2. Aboriginal health status

In the 1980s infectious disease rates for remote Aboriginal children were extremely high. In children under 2 years of age, invasive pneumococcal disease rates in central Australia, an important child health problem, were the highest reported in the world literature and 30-40 times the rate for Caucasian Australian children (5). Although these rates have improved markedly since then, infectious disease overall remains a major health problem for Aboriginal children in remote regions O’Grady (2010) has shown that rates of acute respiratory infection in NT Aboriginal children are as high as any reported internationally (6). Ear disease remains highly prevalent with approximately 90% of young children having abnormal middle ears (7). Overall rates of hospital admission for infectious disease in children in remote Australia remain very high (8)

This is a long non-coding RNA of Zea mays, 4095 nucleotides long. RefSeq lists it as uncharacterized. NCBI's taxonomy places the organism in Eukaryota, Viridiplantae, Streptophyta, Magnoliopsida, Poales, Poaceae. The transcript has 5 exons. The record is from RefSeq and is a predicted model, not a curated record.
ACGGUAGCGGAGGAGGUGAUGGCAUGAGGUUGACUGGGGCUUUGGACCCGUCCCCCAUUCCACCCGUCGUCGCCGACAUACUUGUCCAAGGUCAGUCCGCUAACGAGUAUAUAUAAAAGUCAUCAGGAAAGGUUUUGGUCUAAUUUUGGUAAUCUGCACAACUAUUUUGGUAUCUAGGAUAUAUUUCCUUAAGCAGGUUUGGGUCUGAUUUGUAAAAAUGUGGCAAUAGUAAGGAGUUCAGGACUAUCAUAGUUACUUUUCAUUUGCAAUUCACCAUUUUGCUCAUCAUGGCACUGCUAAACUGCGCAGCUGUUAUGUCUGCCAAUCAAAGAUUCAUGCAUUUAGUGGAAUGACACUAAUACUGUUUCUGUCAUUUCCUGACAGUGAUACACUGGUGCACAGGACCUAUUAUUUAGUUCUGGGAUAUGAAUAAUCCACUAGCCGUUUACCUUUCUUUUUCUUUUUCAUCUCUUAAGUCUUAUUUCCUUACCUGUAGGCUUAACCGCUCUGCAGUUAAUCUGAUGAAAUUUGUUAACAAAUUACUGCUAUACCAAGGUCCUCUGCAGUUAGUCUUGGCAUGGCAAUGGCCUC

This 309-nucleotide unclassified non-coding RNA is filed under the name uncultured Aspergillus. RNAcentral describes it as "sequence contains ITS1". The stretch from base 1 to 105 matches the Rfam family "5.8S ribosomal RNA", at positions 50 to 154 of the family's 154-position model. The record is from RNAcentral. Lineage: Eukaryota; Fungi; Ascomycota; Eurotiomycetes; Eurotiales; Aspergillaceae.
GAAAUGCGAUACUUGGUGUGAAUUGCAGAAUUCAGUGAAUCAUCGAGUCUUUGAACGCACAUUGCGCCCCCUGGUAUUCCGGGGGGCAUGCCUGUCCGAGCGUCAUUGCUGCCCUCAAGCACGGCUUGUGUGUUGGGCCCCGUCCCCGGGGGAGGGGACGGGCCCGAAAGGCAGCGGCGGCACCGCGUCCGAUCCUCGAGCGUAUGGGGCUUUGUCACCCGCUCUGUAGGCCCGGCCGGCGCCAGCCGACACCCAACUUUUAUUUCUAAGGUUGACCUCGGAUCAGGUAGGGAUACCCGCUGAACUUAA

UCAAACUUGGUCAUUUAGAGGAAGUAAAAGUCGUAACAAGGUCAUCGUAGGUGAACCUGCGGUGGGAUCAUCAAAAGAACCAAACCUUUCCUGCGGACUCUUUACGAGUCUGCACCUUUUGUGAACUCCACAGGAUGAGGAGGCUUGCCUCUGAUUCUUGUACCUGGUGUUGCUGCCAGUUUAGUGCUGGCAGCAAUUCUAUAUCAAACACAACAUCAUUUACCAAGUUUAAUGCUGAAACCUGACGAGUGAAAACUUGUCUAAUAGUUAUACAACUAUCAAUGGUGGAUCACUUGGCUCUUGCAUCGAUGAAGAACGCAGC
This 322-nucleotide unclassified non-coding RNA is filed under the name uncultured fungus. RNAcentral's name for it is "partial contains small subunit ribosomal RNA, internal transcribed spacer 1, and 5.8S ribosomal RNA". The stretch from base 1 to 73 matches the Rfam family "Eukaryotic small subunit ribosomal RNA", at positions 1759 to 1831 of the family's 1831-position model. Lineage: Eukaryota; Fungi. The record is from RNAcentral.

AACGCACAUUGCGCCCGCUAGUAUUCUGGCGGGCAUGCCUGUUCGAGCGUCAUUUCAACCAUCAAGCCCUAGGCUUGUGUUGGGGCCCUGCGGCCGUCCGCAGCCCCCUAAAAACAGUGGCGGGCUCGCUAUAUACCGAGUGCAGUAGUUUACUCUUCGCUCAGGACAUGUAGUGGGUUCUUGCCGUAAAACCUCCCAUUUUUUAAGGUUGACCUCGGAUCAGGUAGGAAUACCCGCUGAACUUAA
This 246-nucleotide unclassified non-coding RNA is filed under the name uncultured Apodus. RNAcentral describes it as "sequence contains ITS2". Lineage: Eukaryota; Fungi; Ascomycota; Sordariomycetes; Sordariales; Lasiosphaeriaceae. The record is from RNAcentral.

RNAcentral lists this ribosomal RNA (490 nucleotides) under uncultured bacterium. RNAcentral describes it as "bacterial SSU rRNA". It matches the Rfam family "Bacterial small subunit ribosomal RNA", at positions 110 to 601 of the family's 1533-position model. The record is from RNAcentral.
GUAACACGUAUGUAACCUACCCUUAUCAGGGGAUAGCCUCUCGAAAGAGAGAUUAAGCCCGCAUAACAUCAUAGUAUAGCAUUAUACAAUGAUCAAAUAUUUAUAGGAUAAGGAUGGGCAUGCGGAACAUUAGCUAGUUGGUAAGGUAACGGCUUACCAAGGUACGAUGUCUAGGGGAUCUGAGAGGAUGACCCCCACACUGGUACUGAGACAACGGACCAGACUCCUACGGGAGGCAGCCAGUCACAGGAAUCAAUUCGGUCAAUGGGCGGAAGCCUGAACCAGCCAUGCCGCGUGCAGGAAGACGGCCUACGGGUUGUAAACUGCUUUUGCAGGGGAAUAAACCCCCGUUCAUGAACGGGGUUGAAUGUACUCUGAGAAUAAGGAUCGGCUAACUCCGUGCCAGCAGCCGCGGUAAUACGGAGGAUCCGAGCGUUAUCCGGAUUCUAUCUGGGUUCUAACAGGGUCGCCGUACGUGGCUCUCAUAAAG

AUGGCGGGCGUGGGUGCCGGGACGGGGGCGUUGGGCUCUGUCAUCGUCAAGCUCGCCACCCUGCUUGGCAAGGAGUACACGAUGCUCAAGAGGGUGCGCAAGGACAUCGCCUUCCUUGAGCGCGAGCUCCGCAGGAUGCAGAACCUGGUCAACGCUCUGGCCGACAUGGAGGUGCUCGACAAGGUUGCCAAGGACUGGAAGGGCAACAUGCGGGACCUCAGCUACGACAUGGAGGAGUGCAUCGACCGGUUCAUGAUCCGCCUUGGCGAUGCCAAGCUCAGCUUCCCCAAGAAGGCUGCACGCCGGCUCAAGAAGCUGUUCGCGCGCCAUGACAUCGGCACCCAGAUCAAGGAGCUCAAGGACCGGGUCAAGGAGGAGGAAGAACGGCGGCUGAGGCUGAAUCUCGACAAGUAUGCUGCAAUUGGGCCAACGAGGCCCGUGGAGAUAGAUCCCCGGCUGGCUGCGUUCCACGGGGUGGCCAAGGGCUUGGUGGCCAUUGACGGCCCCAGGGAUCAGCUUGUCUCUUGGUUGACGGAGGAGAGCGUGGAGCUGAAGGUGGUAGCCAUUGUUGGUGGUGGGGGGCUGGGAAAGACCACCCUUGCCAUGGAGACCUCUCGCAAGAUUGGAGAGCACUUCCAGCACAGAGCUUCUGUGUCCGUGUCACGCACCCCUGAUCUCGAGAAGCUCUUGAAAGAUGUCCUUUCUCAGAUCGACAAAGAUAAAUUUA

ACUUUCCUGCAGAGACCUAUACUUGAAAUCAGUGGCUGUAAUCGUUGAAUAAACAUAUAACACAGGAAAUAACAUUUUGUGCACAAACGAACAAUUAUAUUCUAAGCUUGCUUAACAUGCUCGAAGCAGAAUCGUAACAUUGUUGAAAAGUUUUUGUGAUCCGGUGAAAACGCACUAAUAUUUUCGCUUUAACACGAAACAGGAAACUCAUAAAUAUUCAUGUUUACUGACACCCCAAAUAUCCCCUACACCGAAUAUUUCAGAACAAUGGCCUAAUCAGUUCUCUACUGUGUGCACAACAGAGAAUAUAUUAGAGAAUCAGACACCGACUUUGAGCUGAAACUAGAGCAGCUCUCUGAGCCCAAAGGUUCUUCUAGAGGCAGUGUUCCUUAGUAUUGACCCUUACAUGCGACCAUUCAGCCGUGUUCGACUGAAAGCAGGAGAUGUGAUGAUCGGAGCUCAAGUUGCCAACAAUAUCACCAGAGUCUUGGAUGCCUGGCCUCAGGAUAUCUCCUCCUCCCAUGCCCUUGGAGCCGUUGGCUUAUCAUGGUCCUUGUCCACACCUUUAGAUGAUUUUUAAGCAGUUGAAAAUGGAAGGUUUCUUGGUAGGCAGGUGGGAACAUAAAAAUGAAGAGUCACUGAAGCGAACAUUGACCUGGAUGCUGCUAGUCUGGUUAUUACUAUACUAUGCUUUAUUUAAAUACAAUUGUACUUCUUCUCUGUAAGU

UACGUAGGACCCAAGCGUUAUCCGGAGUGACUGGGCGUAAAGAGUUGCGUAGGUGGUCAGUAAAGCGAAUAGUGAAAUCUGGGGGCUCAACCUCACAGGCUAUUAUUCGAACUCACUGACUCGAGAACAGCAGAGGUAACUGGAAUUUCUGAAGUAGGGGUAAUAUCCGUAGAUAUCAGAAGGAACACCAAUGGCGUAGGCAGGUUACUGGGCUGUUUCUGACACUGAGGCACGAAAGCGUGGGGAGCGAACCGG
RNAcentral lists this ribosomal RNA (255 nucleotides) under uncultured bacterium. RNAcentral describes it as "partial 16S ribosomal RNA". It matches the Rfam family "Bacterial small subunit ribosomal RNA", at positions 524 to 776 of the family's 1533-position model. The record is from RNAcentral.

There are very few studies of infectious disease rates in regional and urban populations. However it is likely that even in urban centres the disease burden is still higher than for non-Aboriginal children.

Chronic disease associated with the metabolic syndrome: cardiovascular disease, diabetes mellitus, renal failure, hypertension rates are all very high, and the major contributors to mortality.(9,10)

The third major disease problem is in mental health, substance abuse and family violence. (9,10)

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